Then in 2017, TMMI formed a partnership with ARC of Gibson County, a public agency that has been helping people living with disabilities since 1963. Its New Frontiers training focuses on such fundamentals as interviewing and job seeking skills, resume writing and onsite job coaching. Through this alliance, the plant was able to create a framework within which some of the workers could develop the skills and experience needed to transition from their enclave to full-time employment and fuller autonomy on the facility’s sprawling campus.
TMMI transformed its East Plant enclave into an in-house training center to provide additional support to workers who aspire to achieve more. Brandon Wilson is among the many who’ve benefitted from that change.
“He had been working in the training center for about six months and had seen some of his friends make the transition,” says Brown. “So he took it upon himself to apply for a job. He didn’t tell anyone. And he got it. It’s so great to see that initiative.”
Mr. Reliable (photo above) — John Hardiman hasn't missed a day of work at TMMI in over seven years.
Another beneficiary has been Corey Wilkerson. After getting his start in an enclave, he found his niche on one of the plant’s janitorial teams. In 2021, he was promoted to team leader and has since advanced to another one of Toyota's suppliers.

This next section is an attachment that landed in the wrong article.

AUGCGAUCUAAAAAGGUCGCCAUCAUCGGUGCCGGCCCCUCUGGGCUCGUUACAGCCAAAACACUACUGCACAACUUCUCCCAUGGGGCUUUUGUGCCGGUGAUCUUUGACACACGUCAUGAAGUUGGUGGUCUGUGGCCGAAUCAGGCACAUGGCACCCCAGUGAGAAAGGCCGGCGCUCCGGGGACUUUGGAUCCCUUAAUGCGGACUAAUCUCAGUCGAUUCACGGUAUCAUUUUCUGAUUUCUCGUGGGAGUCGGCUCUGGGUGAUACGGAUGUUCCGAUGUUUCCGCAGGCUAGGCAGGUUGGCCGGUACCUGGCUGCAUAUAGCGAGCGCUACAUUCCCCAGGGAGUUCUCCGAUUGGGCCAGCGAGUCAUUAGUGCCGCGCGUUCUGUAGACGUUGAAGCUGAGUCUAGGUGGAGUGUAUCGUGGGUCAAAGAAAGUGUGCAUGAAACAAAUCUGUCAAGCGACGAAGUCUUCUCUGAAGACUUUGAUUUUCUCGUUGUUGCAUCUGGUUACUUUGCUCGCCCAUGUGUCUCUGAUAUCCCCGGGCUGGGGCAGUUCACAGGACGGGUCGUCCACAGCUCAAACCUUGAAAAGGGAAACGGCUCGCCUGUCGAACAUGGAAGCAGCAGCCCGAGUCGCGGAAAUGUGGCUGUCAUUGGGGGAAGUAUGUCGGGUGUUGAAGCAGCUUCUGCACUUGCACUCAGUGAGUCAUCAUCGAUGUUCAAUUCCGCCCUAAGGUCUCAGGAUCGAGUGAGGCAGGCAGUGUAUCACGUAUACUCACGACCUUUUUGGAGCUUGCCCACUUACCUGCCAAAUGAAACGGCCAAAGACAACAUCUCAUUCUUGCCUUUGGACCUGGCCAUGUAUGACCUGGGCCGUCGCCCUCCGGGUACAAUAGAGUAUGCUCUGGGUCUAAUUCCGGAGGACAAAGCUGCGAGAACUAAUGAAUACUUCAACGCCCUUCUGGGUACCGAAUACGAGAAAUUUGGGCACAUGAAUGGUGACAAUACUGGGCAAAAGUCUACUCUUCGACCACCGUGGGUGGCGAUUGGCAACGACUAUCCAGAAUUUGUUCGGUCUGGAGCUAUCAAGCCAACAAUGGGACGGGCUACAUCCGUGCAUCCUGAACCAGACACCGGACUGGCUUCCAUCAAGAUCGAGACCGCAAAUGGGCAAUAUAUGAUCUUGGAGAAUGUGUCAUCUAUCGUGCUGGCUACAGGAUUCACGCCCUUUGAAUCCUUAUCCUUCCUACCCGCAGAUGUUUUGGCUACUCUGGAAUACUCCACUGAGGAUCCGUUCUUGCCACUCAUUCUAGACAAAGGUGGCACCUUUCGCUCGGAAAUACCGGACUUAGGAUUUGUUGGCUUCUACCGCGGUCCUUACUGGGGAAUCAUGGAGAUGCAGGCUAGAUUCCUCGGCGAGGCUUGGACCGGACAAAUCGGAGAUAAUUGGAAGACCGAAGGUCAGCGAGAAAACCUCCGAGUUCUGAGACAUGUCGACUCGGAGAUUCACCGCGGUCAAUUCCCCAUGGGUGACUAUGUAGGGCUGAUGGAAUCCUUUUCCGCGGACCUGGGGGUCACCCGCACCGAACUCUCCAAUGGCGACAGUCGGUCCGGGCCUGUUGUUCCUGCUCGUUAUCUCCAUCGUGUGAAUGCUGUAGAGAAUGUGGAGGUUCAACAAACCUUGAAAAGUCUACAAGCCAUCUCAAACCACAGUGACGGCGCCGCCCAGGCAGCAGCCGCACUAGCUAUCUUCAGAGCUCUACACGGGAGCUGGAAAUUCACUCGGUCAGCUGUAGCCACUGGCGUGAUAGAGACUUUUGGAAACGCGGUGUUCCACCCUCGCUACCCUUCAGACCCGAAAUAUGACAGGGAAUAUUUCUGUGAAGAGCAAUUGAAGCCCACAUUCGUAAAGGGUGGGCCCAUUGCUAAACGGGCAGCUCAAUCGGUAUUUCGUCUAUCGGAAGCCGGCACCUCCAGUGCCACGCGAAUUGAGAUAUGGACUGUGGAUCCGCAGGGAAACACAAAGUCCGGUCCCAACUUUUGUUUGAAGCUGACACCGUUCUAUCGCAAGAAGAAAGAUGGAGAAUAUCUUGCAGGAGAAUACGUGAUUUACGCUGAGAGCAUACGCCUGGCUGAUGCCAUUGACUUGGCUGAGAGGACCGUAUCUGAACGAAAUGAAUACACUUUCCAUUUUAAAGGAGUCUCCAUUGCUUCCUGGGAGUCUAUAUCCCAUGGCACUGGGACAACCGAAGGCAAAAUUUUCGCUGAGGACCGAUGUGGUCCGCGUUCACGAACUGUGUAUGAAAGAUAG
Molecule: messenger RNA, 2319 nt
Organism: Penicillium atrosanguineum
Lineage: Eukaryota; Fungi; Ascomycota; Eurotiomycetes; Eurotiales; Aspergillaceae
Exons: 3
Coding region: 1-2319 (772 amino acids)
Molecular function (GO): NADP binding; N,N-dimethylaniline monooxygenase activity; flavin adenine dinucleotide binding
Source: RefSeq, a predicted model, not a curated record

And then there’s John Hardiman, who’s also made the transition from the training center.
“He’s never missed a day in over seven years,” says Brown. “He picks seatbelts. That might sound like trivial work. But part accuracy is an important step in the production process. Delivering the right parts to the line, at the right time and in the right sequence, helps to maximize production efficiency. Everyone here does important work.”
Brown loves to share these stories. Not only is he proud of people like his son who’ve risen above their challenges to succeed, he’s also grateful for the contributions they make to TMMI every day. Absenteeism among this group is extremely low. Productivity is very high. And the passion they bring to their work is infectious, inspiring everyone who comes into contact with them to dig deep and do more.